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Demands to Ban Russia for Alleged ‘State-Supported’ Athletics Doping


Demands to Ban Russia for Alleged ‘State-Supported’ Athletics Doping
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Russia should be banned from competing in athletics. That’s the stark conclusion of a report from a commission set up by the World Anti-Doping Agency to look into allegations of corruption in Russian sport. The investigation claimed that Russia is in effect running a state-sponsored doping program.

From the peaceful surroundings of Geneva, the World Anti-Doping Agency set off a new earthquake to shake the foundations of global sport -- accusations that Russia has for years been conducting a state-supported doping program in athletics. Dick Pound is head of the commission looking into the allegations.

“We found cover-ups, we found destruction of samples in the laboratories, we found payments of money in order to conceal the results of doping tests among others," said Pound.

Pound said the Russian state security service, the FSB, was present at anti-doping laboratories – part of a wider pattern of ‘direct intimidation and interference by the Russian state.’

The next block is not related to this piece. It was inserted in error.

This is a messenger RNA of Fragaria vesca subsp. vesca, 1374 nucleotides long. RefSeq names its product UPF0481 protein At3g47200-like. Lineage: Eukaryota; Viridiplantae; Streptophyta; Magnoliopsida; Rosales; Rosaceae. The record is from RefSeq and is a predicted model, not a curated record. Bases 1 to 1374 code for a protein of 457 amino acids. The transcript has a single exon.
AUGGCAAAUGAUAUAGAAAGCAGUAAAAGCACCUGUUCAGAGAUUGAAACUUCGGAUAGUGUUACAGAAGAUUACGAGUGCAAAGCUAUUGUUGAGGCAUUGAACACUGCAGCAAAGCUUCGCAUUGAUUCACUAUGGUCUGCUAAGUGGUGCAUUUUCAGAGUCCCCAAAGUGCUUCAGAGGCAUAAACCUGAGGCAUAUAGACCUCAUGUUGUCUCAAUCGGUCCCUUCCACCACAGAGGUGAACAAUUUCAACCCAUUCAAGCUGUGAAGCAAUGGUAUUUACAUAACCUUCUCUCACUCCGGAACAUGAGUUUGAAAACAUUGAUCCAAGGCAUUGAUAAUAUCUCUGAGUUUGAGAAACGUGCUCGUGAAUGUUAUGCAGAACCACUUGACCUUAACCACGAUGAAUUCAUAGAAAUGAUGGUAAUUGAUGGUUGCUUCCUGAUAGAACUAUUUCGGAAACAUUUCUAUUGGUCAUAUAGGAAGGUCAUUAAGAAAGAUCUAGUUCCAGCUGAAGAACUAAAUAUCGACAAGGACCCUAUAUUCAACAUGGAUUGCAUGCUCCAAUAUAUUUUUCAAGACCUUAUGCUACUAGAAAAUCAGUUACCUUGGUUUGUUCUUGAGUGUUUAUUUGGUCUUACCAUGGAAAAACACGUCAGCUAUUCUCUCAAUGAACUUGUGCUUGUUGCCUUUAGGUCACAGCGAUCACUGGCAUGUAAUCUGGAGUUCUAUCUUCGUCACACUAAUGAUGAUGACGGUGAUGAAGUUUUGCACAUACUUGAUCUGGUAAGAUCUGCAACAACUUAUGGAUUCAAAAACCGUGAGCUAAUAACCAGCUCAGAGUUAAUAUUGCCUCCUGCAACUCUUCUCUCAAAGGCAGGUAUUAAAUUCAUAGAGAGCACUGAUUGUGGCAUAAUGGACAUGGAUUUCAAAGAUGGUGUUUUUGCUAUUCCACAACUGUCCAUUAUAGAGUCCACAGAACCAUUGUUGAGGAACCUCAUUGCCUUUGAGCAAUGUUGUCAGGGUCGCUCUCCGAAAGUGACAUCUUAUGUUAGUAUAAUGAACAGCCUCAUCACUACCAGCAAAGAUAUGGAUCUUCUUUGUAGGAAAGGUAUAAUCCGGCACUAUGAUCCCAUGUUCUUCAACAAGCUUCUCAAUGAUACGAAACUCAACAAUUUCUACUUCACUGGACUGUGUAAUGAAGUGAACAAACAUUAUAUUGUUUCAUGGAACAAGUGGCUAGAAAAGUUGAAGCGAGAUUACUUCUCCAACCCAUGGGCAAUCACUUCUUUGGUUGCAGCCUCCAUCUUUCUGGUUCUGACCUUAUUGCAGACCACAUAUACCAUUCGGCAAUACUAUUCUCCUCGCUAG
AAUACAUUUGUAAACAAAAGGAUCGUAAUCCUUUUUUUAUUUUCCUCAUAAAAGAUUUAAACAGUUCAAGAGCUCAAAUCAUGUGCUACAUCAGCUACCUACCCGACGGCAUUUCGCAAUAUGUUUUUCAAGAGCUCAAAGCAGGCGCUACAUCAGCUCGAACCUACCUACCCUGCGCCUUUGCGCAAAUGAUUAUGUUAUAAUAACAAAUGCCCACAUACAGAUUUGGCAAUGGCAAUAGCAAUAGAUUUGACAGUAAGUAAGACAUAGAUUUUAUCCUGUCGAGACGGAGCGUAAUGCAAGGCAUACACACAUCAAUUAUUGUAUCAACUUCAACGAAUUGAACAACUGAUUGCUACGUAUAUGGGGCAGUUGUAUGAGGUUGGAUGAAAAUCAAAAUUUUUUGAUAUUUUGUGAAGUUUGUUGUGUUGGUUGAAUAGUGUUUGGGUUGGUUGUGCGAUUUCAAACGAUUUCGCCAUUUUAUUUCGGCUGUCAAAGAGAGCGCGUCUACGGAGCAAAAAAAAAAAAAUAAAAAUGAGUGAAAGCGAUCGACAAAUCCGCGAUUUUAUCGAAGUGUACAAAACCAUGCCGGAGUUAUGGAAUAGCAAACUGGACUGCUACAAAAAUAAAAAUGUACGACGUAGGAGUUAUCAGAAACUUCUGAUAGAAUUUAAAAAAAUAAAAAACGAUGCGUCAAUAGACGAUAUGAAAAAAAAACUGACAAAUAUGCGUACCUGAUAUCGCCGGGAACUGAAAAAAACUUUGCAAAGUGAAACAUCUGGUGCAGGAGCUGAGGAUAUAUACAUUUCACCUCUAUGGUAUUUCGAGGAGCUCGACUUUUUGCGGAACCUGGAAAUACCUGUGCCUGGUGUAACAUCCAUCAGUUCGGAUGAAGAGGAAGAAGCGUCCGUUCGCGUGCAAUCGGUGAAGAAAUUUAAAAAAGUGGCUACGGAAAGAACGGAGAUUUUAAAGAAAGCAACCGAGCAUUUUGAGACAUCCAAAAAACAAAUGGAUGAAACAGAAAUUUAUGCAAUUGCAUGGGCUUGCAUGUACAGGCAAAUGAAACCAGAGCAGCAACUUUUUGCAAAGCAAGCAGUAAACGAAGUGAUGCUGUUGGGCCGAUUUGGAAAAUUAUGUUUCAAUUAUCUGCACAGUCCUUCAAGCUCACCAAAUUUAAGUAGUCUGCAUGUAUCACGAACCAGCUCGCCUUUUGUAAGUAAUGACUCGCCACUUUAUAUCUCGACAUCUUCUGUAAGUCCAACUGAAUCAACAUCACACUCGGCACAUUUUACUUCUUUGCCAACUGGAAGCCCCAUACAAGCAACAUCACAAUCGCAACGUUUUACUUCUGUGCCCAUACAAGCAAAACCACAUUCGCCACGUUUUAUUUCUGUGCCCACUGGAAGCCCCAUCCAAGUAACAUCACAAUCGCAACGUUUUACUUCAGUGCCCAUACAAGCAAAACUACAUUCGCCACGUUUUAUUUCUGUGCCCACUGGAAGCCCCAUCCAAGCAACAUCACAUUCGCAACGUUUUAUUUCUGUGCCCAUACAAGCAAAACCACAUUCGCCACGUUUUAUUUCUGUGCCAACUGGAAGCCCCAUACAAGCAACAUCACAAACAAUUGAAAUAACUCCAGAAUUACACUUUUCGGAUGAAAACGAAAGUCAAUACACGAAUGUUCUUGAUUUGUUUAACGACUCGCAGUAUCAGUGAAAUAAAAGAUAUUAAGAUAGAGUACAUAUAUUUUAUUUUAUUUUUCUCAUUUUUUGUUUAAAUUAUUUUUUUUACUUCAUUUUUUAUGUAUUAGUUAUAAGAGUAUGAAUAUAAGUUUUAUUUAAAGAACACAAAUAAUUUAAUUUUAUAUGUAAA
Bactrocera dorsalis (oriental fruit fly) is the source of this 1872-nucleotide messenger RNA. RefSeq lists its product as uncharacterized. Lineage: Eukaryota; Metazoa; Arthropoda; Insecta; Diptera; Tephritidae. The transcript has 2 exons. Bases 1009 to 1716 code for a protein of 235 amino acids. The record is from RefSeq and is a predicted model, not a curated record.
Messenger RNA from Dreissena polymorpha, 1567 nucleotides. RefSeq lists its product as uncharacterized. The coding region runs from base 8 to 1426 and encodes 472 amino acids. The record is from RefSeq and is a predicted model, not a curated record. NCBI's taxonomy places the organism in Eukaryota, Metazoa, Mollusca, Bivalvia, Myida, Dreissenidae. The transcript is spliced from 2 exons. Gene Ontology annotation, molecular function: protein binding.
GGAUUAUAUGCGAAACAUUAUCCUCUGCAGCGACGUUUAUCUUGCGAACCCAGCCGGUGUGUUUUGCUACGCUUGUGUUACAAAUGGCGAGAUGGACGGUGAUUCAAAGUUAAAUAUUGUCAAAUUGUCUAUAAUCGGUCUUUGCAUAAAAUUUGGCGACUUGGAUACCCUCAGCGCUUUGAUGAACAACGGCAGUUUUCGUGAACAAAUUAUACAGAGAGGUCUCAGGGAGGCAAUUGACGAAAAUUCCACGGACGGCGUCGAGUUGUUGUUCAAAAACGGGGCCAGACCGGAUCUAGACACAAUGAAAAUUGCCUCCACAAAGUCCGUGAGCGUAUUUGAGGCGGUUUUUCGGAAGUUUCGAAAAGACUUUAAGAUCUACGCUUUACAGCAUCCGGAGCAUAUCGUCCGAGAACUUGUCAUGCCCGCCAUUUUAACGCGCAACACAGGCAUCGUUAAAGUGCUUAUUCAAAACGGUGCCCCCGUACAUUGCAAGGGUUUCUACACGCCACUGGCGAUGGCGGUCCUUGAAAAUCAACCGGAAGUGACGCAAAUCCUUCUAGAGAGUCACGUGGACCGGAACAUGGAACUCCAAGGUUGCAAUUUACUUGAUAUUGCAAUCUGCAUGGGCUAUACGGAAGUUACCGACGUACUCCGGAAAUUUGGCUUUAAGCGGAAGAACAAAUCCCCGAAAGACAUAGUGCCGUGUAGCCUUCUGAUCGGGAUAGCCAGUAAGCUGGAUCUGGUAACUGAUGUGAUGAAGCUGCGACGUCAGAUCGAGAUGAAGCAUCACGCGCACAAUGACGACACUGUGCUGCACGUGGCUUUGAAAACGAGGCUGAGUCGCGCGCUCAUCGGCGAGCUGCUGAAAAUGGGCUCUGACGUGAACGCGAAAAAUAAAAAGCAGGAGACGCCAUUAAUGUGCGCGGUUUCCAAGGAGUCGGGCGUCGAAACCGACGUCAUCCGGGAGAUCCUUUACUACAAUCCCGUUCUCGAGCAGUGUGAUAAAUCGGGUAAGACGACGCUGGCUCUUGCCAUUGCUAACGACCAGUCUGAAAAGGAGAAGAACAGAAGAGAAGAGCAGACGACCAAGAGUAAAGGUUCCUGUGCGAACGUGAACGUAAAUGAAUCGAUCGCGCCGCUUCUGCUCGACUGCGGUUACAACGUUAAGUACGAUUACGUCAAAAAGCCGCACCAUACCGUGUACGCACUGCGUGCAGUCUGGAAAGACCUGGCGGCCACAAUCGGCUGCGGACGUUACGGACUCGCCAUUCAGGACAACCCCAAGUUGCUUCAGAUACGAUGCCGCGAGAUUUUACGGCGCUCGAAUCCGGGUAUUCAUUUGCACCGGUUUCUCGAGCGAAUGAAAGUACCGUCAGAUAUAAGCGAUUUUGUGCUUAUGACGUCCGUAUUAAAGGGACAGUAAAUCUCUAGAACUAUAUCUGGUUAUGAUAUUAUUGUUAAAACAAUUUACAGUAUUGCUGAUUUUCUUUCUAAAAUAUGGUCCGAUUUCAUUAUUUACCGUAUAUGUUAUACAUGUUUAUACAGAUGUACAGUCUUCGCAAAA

The commission called on Russia to be banned from athletics competition.

“The outcome may be that there are no Russian track and field athletes in Rio [Olympics 2016]. I hope that they recognize that it's time to change and make those changes," said Pound.

Moscow’s Minister for Sport strongly denied the allegations.

Russia finished second in the London 2012 Olympics medal table, behind the United States. Pound said the event had been ‘sabotaged’ by the ‘laissez-faire’ attitude taken by the International Association of Athletics Federations or IAAF. The newly-elected head of that body, Sebastian Coe, vowed Monday to clean up the sport – but admitted it would be a long road.

“I've asked my council to convene on Friday this week. We will review what they have said and then we will look at the next steps which could include sanctions," said Coe.

The IAAF council has 27 members – most of them famous names – who now hold Russia’s fate in their hands, says sports historian Philip Barker.

“These people are big figures in athletics. And they have been charged with looking at what they’re going to do, what their response will be," said Barker.

Barker added that when Coe was asked ‘would he ban Russia,’ the IAAF head said ‘never say never.’

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